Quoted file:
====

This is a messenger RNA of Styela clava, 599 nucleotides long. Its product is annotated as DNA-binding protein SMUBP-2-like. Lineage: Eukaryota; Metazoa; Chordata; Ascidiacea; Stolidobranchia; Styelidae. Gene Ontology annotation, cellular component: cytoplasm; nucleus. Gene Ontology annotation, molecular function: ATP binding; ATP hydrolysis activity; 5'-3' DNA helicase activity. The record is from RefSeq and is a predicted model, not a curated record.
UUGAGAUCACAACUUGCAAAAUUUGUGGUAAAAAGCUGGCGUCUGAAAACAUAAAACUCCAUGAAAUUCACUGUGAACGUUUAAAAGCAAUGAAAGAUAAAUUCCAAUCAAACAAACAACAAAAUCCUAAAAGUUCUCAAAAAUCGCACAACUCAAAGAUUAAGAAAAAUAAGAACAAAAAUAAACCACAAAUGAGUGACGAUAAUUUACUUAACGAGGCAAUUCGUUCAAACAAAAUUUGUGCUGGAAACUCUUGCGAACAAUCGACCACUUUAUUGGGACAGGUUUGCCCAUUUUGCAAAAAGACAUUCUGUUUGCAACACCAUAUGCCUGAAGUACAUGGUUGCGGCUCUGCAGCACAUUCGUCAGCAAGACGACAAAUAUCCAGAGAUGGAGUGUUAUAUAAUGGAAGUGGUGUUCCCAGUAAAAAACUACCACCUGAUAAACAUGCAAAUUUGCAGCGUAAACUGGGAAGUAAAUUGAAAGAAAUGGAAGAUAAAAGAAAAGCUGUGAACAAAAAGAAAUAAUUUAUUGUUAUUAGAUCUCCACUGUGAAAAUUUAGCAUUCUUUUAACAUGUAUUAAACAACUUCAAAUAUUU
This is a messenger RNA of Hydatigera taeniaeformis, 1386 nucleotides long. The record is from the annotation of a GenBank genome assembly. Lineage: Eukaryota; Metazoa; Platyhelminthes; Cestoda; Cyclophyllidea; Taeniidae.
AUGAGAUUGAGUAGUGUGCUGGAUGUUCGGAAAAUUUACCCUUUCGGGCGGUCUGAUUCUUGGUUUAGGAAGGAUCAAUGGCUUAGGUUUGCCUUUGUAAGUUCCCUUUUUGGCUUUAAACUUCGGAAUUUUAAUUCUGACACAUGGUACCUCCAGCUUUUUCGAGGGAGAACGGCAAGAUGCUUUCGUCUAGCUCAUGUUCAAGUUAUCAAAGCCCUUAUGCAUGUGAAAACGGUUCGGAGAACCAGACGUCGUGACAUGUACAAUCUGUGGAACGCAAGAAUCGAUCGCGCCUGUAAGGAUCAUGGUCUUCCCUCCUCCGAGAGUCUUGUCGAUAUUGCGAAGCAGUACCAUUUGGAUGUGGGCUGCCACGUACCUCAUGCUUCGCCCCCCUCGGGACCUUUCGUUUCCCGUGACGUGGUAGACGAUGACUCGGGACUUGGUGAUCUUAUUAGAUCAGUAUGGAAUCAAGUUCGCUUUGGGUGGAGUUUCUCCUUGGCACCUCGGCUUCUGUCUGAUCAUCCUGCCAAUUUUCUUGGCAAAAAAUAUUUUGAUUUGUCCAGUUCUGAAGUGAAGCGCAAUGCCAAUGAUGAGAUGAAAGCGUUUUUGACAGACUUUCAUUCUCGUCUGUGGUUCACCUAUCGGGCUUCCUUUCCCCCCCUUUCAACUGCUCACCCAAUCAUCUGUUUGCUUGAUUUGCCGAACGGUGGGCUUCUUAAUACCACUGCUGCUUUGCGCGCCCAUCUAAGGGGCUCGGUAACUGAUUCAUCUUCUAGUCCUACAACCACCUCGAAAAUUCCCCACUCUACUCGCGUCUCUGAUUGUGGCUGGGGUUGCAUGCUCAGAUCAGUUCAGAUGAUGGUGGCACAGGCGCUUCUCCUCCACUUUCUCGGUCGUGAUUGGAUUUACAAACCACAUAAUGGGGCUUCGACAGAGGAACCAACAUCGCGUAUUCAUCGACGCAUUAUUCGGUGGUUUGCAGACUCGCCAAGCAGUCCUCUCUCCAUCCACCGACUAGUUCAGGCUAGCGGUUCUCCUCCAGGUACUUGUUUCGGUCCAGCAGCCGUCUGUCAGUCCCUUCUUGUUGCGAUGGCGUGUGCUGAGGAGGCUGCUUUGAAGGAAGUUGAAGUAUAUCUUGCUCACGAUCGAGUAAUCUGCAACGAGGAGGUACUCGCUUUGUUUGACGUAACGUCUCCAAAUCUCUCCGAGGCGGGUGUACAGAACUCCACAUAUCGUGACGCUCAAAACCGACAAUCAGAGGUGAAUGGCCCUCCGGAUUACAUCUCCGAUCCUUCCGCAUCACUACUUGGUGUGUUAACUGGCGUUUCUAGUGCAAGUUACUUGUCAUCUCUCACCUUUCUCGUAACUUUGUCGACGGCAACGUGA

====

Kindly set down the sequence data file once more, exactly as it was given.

This is a messenger RNA of Styela clava, 599 nucleotides long. Its product is annotated as DNA-binding protein SMUBP-2-like. Lineage: Eukaryota; Metazoa; Chordata; Ascidiacea; Stolidobranchia; Styelidae. Gene Ontology annotation, cellular component: cytoplasm; nucleus. Gene Ontology annotation, molecular function: ATP binding; ATP hydrolysis activity; 5'-3' DNA helicase activity. The record is from RefSeq and is a predicted model, not a curated record.
UUGAGAUCACAACUUGCAAAAUUUGUGGUAAAAAGCUGGCGUCUGAAAACAUAAAACUCCAUGAAAUUCACUGUGAACGUUUAAAAGCAAUGAAAGAUAAAUUCCAAUCAAACAAACAACAAAAUCCUAAAAGUUCUCAAAAAUCGCACAACUCAAAGAUUAAGAAAAAUAAGAACAAAAAUAAACCACAAAUGAGUGACGAUAAUUUACUUAACGAGGCAAUUCGUUCAAACAAAAUUUGUGCUGGAAACUCUUGCGAACAAUCGACCACUUUAUUGGGACAGGUUUGCCCAUUUUGCAAAAAGACAUUCUGUUUGCAACACCAUAUGCCUGAAGUACAUGGUUGCGGCUCUGCAGCACAUUCGUCAGCAAGACGACAAAUAUCCAGAGAUGGAGUGUUAUAUAAUGGAAGUGGUGUUCCCAGUAAAAAACUACCACCUGAUAAACAUGCAAAUUUGCAGCGUAAACUGGGAAGUAAAUUGAAAGAAAUGGAAGAUAAAAGAAAAGCUGUGAACAAAAAGAAAUAAUUUAUUGUUAUUAGAUCUCCACUGUGAAAAUUUAGCAUUCUUUUAACAUGUAUUAAACAACUUCAAAUAUUU
This is a messenger RNA of Hydatigera taeniaeformis, 1386 nucleotides long. The record is from the annotation of a GenBank genome assembly. Lineage: Eukaryota; Metazoa; Platyhelminthes; Cestoda; Cyclophyllidea; Taeniidae.
AUGAGAUUGAGUAGUGUGCUGGAUGUUCGGAAAAUUUACCCUUUCGGGCGGUCUGAUUCUUGGUUUAGGAAGGAUCAAUGGCUUAGGUUUGCCUUUGUAAGUUCCCUUUUUGGCUUUAAACUUCGGAAUUUUAAUUCUGACACAUGGUACCUCCAGCUUUUUCGAGGGAGAACGGCAAGAUGCUUUCGUCUAGCUCAUGUUCAAGUUAUCAAAGCCCUUAUGCAUGUGAAAACGGUUCGGAGAACCAGACGUCGUGACAUGUACAAUCUGUGGAACGCAAGAAUCGAUCGCGCCUGUAAGGAUCAUGGUCUUCCCUCCUCCGAGAGUCUUGUCGAUAUUGCGAAGCAGUACCAUUUGGAUGUGGGCUGCCACGUACCUCAUGCUUCGCCCCCCUCGGGACCUUUCGUUUCCCGUGACGUGGUAGACGAUGACUCGGGACUUGGUGAUCUUAUUAGAUCAGUAUGGAAUCAAGUUCGCUUUGGGUGGAGUUUCUCCUUGGCACCUCGGCUUCUGUCUGAUCAUCCUGCCAAUUUUCUUGGCAAAAAAUAUUUUGAUUUGUCCAGUUCUGAAGUGAAGCGCAAUGCCAAUGAUGAGAUGAAAGCGUUUUUGACAGACUUUCAUUCUCGUCUGUGGUUCACCUAUCGGGCUUCCUUUCCCCCCCUUUCAACUGCUCACCCAAUCAUCUGUUUGCUUGAUUUGCCGAACGGUGGGCUUCUUAAUACCACUGCUGCUUUGCGCGCCCAUCUAAGGGGCUCGGUAACUGAUUCAUCUUCUAGUCCUACAACCACCUCGAAAAUUCCCCACUCUACUCGCGUCUCUGAUUGUGGCUGGGGUUGCAUGCUCAGAUCAGUUCAGAUGAUGGUGGCACAGGCGCUUCUCCUCCACUUUCUCGGUCGUGAUUGGAUUUACAAACCACAUAAUGGGGCUUCGACAGAGGAACCAACAUCGCGUAUUCAUCGACGCAUUAUUCGGUGGUUUGCAGACUCGCCAAGCAGUCCUCUCUCCAUCCACCGACUAGUUCAGGCUAGCGGUUCUCCUCCAGGUACUUGUUUCGGUCCAGCAGCCGUCUGUCAGUCCCUUCUUGUUGCGAUGGCGUGUGCUGAGGAGGCUGCUUUGAAGGAAGUUGAAGUAUAUCUUGCUCACGAUCGAGUAAUCUGCAACGAGGAGGUACUCGCUUUGUUUGACGUAACGUCUCCAAAUCUCUCCGAGGCGGGUGUACAGAACUCCACAUAUCGUGACGCUCAAAACCGACAAUCAGAGGUGAAUGGCCCUCCGGAUUACAUCUCCGAUCCUUCCGCAUCACUACUUGGUGUGUUAACUGGCGUUUCUAGUGCAAGUUACUUGUCAUCUCUCACCUUUCUCGUAACUUUGUCGACGGCAACGUGA